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Head Into The Great Outdoors For Some Painting Fun

Sure, you can paint indoors, but why? There are so many advantages to gathering your supplies and heading outdoors.

Bring your painting supplies outdoors and be inspired by nature. (Photo by Glenn P. Knoblock)

Of course, being outside you don’t have to worry as much about the mess, but there are other benefits too. You are giving your creativity freedom bound by no walls! And outside in the fresh air, you can let nature inspire you.

En Plain Air

“En plain air” is French for “in the open air.” This style of painting became important in the mid-19th century, with the birth of the Impressionist movement. Artists like Claude Monet and Pierre-Auguste Renoir were in awe of the natural light provided by the sun. They marveled at how they same object looks different at different times of the day.

You can see for yourself. Head outside and pick a view. Look at how the sun lights up some areas and casts shadows in others. Are the colors light or dark? Paint what you see. Then do it again. Watch how the sun traveling across the sky changes your view.

Paint Like Pollock

Jackson Pollock was a type of painter called an abstract expressionist. His style was also called “action painting.” His work is still celebrated today, hanging in many art museums across the world.

This painting by Jackson Pollock shows his abstract expressionism form of painting. (Photo via Shutterstock)

You can be both active and creative making this kind of abstract art. When you’re painting outside, you may want to lay a tarp on the ground under your paper. Then experiment with the different shapes and designs you can create with different actions. Throw, splash, splatter, drop, drizzle and flick the paint! Let the colors fall!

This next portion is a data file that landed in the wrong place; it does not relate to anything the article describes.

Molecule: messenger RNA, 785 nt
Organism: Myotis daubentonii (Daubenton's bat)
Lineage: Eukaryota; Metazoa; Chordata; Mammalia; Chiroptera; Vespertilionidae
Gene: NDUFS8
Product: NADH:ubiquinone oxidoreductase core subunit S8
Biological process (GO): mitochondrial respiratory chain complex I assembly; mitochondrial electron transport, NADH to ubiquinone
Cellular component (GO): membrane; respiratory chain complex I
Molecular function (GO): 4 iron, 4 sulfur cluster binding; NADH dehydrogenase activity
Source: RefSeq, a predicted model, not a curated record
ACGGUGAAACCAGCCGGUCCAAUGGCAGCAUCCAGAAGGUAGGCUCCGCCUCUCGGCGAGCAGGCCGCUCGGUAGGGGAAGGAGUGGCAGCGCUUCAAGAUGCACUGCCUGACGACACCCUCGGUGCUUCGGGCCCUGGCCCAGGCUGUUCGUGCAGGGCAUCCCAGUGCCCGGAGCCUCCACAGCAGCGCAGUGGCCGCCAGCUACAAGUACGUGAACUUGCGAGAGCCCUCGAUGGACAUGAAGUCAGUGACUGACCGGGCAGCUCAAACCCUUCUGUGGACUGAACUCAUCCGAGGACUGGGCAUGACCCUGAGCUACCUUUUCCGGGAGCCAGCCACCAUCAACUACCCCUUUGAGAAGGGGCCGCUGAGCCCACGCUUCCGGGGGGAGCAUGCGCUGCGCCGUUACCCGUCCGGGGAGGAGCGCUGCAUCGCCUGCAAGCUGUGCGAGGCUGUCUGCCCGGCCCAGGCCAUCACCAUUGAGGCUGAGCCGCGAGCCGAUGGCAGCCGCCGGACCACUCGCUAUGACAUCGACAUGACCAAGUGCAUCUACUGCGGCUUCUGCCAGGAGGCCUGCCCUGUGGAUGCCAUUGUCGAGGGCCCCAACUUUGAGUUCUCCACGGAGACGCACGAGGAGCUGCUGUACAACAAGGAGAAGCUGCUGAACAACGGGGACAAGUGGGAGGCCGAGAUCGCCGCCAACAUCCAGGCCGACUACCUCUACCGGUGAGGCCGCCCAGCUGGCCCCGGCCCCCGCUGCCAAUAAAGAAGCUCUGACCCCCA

Poke like a Pointillist

"A Sunday Afternoon on the Island of La Grande Jatte" is an example of pointillism. (Photo via Shutterstock)

Pointillism is a style of painting that is almost the opposite of the freedom of painting like Pollock. It is using the same single motion of making a point over and over and over again to create art. Georges Seurat and Paul Signac invented the technique. By layering and blending dot over dot over dot over dot they were able to make beautiful paintings.

(Photo via Shutterstock)

Can you make shapes and images come to life point by point? You can also try making mandalas. This art form also uses the method of only making dots, but to make patterns, not images. You can also use the pointillist method to fill in shapes, like the butterfly above.

You can Google other artists and styles and let them inspire you before heading outside to create your own masterpiece. No matter what style you decide to paint in, the most important thing is to have fun! Listen to your inner artist and be bold! Make mistakes, learn and try something new. You will be surprised how time flies.


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